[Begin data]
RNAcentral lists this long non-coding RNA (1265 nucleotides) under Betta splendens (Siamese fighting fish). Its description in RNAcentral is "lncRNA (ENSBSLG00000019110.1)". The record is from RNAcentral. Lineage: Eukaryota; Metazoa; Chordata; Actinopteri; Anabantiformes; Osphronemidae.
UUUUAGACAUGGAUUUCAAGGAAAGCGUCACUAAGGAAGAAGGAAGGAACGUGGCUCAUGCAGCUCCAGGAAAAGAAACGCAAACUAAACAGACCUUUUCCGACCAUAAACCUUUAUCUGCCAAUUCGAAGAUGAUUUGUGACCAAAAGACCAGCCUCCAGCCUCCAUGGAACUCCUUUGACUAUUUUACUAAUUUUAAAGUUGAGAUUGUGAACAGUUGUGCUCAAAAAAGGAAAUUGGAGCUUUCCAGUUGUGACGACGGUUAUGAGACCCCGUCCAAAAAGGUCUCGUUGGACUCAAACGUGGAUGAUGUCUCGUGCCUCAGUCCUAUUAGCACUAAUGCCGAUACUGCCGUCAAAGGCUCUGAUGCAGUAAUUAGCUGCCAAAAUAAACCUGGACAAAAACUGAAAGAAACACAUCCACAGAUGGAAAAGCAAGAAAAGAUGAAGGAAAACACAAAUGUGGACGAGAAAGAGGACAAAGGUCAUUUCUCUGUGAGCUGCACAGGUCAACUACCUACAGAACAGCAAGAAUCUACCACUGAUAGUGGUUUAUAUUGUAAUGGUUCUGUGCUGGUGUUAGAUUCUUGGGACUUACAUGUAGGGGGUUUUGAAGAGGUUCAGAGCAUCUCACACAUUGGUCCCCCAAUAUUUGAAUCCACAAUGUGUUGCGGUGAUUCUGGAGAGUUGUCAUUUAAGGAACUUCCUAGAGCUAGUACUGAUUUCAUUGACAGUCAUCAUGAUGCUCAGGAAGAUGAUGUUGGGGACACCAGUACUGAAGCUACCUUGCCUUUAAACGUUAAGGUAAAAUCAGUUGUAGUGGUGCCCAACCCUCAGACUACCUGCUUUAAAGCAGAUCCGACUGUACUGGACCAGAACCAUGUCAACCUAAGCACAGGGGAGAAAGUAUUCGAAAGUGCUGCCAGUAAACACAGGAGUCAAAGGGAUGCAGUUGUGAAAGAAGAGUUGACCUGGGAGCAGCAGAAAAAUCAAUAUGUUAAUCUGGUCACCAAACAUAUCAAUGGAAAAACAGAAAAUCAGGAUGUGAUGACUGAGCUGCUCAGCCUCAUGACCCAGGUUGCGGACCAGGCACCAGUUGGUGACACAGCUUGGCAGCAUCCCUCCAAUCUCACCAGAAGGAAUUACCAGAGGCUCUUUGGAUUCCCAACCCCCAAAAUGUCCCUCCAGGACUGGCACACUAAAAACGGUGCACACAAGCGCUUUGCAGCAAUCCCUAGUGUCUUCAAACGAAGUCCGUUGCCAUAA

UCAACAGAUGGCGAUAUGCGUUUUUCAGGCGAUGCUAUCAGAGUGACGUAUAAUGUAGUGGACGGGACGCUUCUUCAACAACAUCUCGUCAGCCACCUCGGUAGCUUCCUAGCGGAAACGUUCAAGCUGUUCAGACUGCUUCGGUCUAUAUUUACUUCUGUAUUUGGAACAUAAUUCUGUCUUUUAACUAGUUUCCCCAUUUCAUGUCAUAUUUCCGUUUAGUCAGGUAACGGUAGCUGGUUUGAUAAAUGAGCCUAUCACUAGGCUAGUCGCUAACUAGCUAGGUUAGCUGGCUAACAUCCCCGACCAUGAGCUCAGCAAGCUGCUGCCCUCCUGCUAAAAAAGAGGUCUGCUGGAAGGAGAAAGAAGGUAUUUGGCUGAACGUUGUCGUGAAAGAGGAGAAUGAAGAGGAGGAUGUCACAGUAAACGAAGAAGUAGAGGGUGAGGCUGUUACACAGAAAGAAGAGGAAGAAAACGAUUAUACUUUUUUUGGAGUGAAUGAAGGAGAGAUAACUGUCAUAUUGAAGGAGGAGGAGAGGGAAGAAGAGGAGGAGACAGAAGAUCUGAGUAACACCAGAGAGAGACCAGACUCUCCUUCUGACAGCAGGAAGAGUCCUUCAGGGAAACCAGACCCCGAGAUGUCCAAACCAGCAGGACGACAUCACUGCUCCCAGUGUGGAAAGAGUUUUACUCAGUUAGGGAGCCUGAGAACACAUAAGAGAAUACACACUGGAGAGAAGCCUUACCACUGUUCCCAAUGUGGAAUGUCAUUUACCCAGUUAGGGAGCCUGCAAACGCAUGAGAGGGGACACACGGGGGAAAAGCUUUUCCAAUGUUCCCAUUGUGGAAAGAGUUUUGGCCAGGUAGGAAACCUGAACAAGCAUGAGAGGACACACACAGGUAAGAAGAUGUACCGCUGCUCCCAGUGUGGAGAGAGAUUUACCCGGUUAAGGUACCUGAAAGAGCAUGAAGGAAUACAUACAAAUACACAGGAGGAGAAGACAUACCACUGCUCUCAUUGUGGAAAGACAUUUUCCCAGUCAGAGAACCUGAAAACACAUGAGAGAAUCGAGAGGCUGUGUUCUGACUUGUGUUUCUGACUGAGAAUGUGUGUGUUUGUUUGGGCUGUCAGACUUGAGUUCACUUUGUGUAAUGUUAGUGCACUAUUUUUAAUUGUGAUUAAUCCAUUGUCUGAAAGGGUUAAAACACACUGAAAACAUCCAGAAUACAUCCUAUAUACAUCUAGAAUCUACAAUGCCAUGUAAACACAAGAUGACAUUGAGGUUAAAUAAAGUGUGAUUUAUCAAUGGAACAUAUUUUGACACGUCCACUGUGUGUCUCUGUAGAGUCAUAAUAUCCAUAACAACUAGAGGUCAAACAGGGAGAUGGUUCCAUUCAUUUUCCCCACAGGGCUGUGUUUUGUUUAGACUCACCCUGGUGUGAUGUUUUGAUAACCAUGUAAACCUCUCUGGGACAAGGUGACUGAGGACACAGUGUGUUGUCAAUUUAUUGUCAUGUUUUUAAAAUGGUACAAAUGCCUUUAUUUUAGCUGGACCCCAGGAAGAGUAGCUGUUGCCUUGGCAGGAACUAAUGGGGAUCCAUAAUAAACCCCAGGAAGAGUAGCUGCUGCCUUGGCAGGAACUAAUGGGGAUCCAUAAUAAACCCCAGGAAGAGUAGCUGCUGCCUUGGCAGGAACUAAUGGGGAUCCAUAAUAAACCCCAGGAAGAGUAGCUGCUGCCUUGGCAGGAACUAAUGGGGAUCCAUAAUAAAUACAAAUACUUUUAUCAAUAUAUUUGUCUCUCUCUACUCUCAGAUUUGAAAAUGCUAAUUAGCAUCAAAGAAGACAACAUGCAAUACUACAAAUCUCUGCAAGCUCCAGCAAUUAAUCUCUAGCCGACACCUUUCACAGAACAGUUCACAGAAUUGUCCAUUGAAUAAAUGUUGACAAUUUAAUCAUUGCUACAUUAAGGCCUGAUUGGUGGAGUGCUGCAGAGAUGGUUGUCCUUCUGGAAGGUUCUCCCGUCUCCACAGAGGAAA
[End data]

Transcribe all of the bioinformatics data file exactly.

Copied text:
RNAcentral lists this long non-coding RNA (1265 nucleotides) under Betta splendens (Siamese fighting fish). Its description in RNAcentral is "lncRNA (ENSBSLG00000019110.1)". The record is from RNAcentral. Lineage: Eukaryota; Metazoa; Chordata; Actinopteri; Anabantiformes; Osphronemidae.
UUUUAGACAUGGAUUUCAAGGAAAGCGUCACUAAGGAAGAAGGAAGGAACGUGGCUCAUGCAGCUCCAGGAAAAGAAACGCAAACUAAACAGACCUUUUCCGACCAUAAACCUUUAUCUGCCAAUUCGAAGAUGAUUUGUGACCAAAAGACCAGCCUCCAGCCUCCAUGGAACUCCUUUGACUAUUUUACUAAUUUUAAAGUUGAGAUUGUGAACAGUUGUGCUCAAAAAAGGAAAUUGGAGCUUUCCAGUUGUGACGACGGUUAUGAGACCCCGUCCAAAAAGGUCUCGUUGGACUCAAACGUGGAUGAUGUCUCGUGCCUCAGUCCUAUUAGCACUAAUGCCGAUACUGCCGUCAAAGGCUCUGAUGCAGUAAUUAGCUGCCAAAAUAAACCUGGACAAAAACUGAAAGAAACACAUCCACAGAUGGAAAAGCAAGAAAAGAUGAAGGAAAACACAAAUGUGGACGAGAAAGAGGACAAAGGUCAUUUCUCUGUGAGCUGCACAGGUCAACUACCUACAGAACAGCAAGAAUCUACCACUGAUAGUGGUUUAUAUUGUAAUGGUUCUGUGCUGGUGUUAGAUUCUUGGGACUUACAUGUAGGGGGUUUUGAAGAGGUUCAGAGCAUCUCACACAUUGGUCCCCCAAUAUUUGAAUCCACAAUGUGUUGCGGUGAUUCUGGAGAGUUGUCAUUUAAGGAACUUCCUAGAGCUAGUACUGAUUUCAUUGACAGUCAUCAUGAUGCUCAGGAAGAUGAUGUUGGGGACACCAGUACUGAAGCUACCUUGCCUUUAAACGUUAAGGUAAAAUCAGUUGUAGUGGUGCCCAACCCUCAGACUACCUGCUUUAAAGCAGAUCCGACUGUACUGGACCAGAACCAUGUCAACCUAAGCACAGGGGAGAAAGUAUUCGAAAGUGCUGCCAGUAAACACAGGAGUCAAAGGGAUGCAGUUGUGAAAGAAGAGUUGACCUGGGAGCAGCAGAAAAAUCAAUAUGUUAAUCUGGUCACCAAACAUAUCAAUGGAAAAACAGAAAAUCAGGAUGUGAUGACUGAGCUGCUCAGCCUCAUGACCCAGGUUGCGGACCAGGCACCAGUUGGUGACACAGCUUGGCAGCAUCCCUCCAAUCUCACCAGAAGGAAUUACCAGAGGCUCUUUGGAUUCCCAACCCCCAAAAUGUCCCUCCAGGACUGGCACACUAAAAACGGUGCACACAAGCGCUUUGCAGCAAUCCCUAGUGUCUUCAAACGAAGUCCGUUGCCAUAA

UCAACAGAUGGCGAUAUGCGUUUUUCAGGCGAUGCUAUCAGAGUGACGUAUAAUGUAGUGGACGGGACGCUUCUUCAACAACAUCUCGUCAGCCACCUCGGUAGCUUCCUAGCGGAAACGUUCAAGCUGUUCAGACUGCUUCGGUCUAUAUUUACUUCUGUAUUUGGAACAUAAUUCUGUCUUUUAACUAGUUUCCCCAUUUCAUGUCAUAUUUCCGUUUAGUCAGGUAACGGUAGCUGGUUUGAUAAAUGAGCCUAUCACUAGGCUAGUCGCUAACUAGCUAGGUUAGCUGGCUAACAUCCCCGACCAUGAGCUCAGCAAGCUGCUGCCCUCCUGCUAAAAAAGAGGUCUGCUGGAAGGAGAAAGAAGGUAUUUGGCUGAACGUUGUCGUGAAAGAGGAGAAUGAAGAGGAGGAUGUCACAGUAAACGAAGAAGUAGAGGGUGAGGCUGUUACACAGAAAGAAGAGGAAGAAAACGAUUAUACUUUUUUUGGAGUGAAUGAAGGAGAGAUAACUGUCAUAUUGAAGGAGGAGGAGAGGGAAGAAGAGGAGGAGACAGAAGAUCUGAGUAACACCAGAGAGAGACCAGACUCUCCUUCUGACAGCAGGAAGAGUCCUUCAGGGAAACCAGACCCCGAGAUGUCCAAACCAGCAGGACGACAUCACUGCUCCCAGUGUGGAAAGAGUUUUACUCAGUUAGGGAGCCUGAGAACACAUAAGAGAAUACACACUGGAGAGAAGCCUUACCACUGUUCCCAAUGUGGAAUGUCAUUUACCCAGUUAGGGAGCCUGCAAACGCAUGAGAGGGGACACACGGGGGAAAAGCUUUUCCAAUGUUCCCAUUGUGGAAAGAGUUUUGGCCAGGUAGGAAACCUGAACAAGCAUGAGAGGACACACACAGGUAAGAAGAUGUACCGCUGCUCCCAGUGUGGAGAGAGAUUUACCCGGUUAAGGUACCUGAAAGAGCAUGAAGGAAUACAUACAAAUACACAGGAGGAGAAGACAUACCACUGCUCUCAUUGUGGAAAGACAUUUUCCCAGUCAGAGAACCUGAAAACACAUGAGAGAAUCGAGAGGCUGUGUUCUGACUUGUGUUUCUGACUGAGAAUGUGUGUGUUUGUUUGGGCUGUCAGACUUGAGUUCACUUUGUGUAAUGUUAGUGCACUAUUUUUAAUUGUGAUUAAUCCAUUGUCUGAAAGGGUUAAAACACACUGAAAACAUCCAGAAUACAUCCUAUAUACAUCUAGAAUCUACAAUGCCAUGUAAACACAAGAUGACAUUGAGGUUAAAUAAAGUGUGAUUUAUCAAUGGAACAUAUUUUGACACGUCCACUGUGUGUCUCUGUAGAGUCAUAAUAUCCAUAACAACUAGAGGUCAAACAGGGAGAUGGUUCCAUUCAUUUUCCCCACAGGGCUGUGUUUUGUUUAGACUCACCCUGGUGUGAUGUUUUGAUAACCAUGUAAACCUCUCUGGGACAAGGUGACUGAGGACACAGUGUGUUGUCAAUUUAUUGUCAUGUUUUUAAAAUGGUACAAAUGCCUUUAUUUUAGCUGGACCCCAGGAAGAGUAGCUGUUGCCUUGGCAGGAACUAAUGGGGAUCCAUAAUAAACCCCAGGAAGAGUAGCUGCUGCCUUGGCAGGAACUAAUGGGGAUCCAUAAUAAACCCCAGGAAGAGUAGCUGCUGCCUUGGCAGGAACUAAUGGGGAUCCAUAAUAAACCCCAGGAAGAGUAGCUGCUGCCUUGGCAGGAACUAAUGGGGAUCCAUAAUAAAUACAAAUACUUUUAUCAAUAUAUUUGUCUCUCUCUACUCUCAGAUUUGAAAAUGCUAAUUAGCAUCAAAGAAGACAACAUGCAAUACUACAAAUCUCUGCAAGCUCCAGCAAUUAAUCUCUAGCCGACACCUUUCACAGAACAGUUCACAGAAUUGUCCAUUGAAUAAAUGUUGACAAUUUAAUCAUUGCUACAUUAAGGCCUGAUUGGUGGAGUGCUGCAGAGAUGGUUGUCCUUCUGGAAGGUUCUCCCGUCUCCACAGAGGAAA